The F40 was christened in honour of forty years of the Ferrari marque. It was boss Enzo Ferrari's brainchild ... but even he had to get board approval! Once given, the F40 project was passed to stylists Pininfarina. It took only a year for the F40 to go from concept to production. It helped that it was based on the Ferrari 288 GTO. In theory, the F40 was a roadster. It required little modification, though, to go racing. In large part, that was down to its weight - or lack of it. For a car that cost $275,000, there was a noticeable lack of creature comforts. The cabin verged on the spartan!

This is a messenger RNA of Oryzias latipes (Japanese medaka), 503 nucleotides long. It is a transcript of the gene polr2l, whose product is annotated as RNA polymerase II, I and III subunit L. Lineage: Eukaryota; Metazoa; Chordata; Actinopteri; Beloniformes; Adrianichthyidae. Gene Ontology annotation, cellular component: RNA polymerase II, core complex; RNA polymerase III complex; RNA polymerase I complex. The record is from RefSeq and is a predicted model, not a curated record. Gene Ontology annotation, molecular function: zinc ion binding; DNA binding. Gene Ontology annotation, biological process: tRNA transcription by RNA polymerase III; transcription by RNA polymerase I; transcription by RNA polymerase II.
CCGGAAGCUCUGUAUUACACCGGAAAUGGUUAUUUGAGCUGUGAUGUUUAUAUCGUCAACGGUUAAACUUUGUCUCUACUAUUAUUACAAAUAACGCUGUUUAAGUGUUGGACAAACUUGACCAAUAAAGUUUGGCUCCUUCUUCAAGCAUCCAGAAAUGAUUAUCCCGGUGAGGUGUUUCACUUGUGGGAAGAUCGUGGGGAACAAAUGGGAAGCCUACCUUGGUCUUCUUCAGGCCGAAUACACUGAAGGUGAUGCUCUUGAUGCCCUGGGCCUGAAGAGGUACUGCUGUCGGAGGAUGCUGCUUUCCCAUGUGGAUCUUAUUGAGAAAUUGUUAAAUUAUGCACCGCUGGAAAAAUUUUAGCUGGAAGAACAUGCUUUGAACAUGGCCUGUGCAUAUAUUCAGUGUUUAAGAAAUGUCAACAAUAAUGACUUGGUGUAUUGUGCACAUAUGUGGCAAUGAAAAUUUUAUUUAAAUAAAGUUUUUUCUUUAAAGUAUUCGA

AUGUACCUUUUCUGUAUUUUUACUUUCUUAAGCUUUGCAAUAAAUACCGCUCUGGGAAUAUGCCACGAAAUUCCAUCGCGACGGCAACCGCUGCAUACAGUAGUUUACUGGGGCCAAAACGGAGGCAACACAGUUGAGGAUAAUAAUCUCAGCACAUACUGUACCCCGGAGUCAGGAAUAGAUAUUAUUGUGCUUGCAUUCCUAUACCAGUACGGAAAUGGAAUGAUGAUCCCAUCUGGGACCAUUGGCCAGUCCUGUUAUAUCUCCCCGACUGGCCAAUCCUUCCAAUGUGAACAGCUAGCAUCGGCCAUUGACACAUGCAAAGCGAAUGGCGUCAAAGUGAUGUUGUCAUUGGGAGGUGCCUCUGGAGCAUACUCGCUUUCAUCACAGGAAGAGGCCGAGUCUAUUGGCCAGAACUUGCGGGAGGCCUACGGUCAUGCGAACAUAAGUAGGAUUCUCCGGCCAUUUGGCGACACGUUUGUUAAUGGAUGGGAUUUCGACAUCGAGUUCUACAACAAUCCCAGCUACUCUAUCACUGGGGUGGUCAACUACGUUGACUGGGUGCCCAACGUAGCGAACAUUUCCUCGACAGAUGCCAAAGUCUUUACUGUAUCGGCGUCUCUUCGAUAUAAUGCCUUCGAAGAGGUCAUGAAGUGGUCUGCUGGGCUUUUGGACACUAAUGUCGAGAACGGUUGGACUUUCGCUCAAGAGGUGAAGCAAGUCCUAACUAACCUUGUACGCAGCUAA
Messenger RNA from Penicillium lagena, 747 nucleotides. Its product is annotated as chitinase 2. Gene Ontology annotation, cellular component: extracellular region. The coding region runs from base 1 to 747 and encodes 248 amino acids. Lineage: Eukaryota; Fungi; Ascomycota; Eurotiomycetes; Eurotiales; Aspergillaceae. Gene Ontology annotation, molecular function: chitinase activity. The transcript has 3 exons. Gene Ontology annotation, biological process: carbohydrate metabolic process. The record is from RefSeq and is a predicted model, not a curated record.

The F40's low weight was due to the composite materials used in its bodywork. They were 20% lighter than their metallic equivalents. That - plus the absence of interior décor - meant the F40 tipped the scales at just 2,425lb. When that was combined with the 288 GTO V8 motor, the results were explosive! The 3-litre twin-turbocharged engine was fitted with sequential ignition and fuel injection. There were silver/cadmium con-rod bushes - and nicasil-coated liners. That all added up to 478bhp. If needed, another 200bhp came courtesy of 'competition mode'.
The F40 topped out at 201mph. 0-60 arrived in 3.9s. At the time of its release - in 1987 - that made it the fastest road car Ferrari had yet produced. It remained in production until 1992. Even the standard version featured a raft of competition parts. It had Group C brakes, 3-piece wheels, and removable rear bodywork. Oh, and soft fuel cells. The Ferrari F40's racing pedigree could not have been clearer!